I use bzr (any particular reason why git, by the way?) and I've ended up using it for just about everything: papers, seminars, teaching, configuration files, my entire website, just about everything I do on a computer is in a bzr repository. Although I've yet to convince any collaborator to use it as well, I still find that it makes life easier since I can easily keep a record of when I sent something to someone else and merge in changes against that particular revision. I can also publish a repository and make it easy for a collaborator to have access to the files without needing to use bzr themselves.
Within a paper, I use the changes.sty package for sharing comments back and forth between myself and a collaborator.
Bzr has "nice" frontends so it might be possible to persuade a non-technologically minded person to use it (I'm a commandline junkie so have no experience of the available GUIs).
I also use a wiki (nlab, naturally) but that is (at the moment) for less focussed projects than a specific paper. However, when writing anything substantial there then I do it "offline" (even so far as to "compiling" and viewing it) and only sending it into the ether when I'm happy with it.
I find it completely incomprehensible that people want everything to be "in the cloud". I have access to several high-powered computers which are capable of running whatever software I'm using incredibly fast. Why would I swap that for a slow, crackly internet link which is guaranteed to be down the one time that I really need it? By using a DVCS (distributed version control system), I only need to be connected to the internet at the start of a given session and I can get my files off any one of a number of machines so it doesn't matter if one or other is down. In the worst case scenario that I can't connect, I can work offline on something and then merge my changes back again later. Indeed, my entire DVCS currently takes up a mere 71Mb (of which 25Mb consists of my local copies of Instiki and xournal) so I could easily carry it around with me on a memory stick (encrypted, of course).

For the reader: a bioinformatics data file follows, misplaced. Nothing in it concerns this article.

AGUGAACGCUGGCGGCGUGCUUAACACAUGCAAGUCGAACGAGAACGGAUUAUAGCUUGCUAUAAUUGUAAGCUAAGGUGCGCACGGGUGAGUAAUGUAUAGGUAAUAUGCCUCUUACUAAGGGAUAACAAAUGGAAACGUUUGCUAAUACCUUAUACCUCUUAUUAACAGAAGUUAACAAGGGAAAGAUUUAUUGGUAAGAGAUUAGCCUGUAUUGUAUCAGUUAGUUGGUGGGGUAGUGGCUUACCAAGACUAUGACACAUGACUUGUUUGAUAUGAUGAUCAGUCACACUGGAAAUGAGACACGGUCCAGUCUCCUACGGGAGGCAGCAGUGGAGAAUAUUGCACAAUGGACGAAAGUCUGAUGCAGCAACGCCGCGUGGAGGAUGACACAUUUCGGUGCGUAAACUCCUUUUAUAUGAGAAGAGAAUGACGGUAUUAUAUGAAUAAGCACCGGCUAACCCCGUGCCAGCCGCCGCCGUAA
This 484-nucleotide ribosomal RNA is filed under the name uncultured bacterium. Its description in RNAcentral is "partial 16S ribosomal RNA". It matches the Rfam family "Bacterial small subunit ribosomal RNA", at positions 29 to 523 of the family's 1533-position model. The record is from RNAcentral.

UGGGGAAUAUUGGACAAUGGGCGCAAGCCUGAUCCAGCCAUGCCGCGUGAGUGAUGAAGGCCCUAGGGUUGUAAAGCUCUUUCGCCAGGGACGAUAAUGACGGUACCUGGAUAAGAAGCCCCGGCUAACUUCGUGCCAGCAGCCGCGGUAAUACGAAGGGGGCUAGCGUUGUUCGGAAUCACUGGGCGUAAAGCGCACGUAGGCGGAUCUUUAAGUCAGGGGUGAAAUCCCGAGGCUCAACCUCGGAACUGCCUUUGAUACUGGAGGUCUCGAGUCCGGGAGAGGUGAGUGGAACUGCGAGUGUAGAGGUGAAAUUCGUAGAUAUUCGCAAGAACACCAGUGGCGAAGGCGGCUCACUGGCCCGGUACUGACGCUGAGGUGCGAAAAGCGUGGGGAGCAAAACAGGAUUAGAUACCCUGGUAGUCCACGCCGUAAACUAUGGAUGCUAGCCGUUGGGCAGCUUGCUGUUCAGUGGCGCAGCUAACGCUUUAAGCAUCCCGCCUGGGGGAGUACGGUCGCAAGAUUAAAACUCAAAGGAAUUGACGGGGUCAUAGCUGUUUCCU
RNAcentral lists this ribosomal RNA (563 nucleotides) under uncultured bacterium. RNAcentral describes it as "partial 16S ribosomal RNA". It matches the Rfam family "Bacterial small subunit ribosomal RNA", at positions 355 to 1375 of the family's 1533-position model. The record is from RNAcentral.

If I really did want to do some "real time" collaboration, I would use either gobby (for working on files or papers) or jarnal (for working on maths). Gobby has real-time editing (and has had for quite some time) whilst with jarnal I can use my graphics tablet to actually write the mathematics for the other person to see just as if we were at a blackboard together. After all, if I'm doing real-time collaboration then I don't want to bother with getting the LaTeX syntax exactly right. I'm not bad at TeX, but if I'm in "Math Mode" then I don't want to be bothering with it.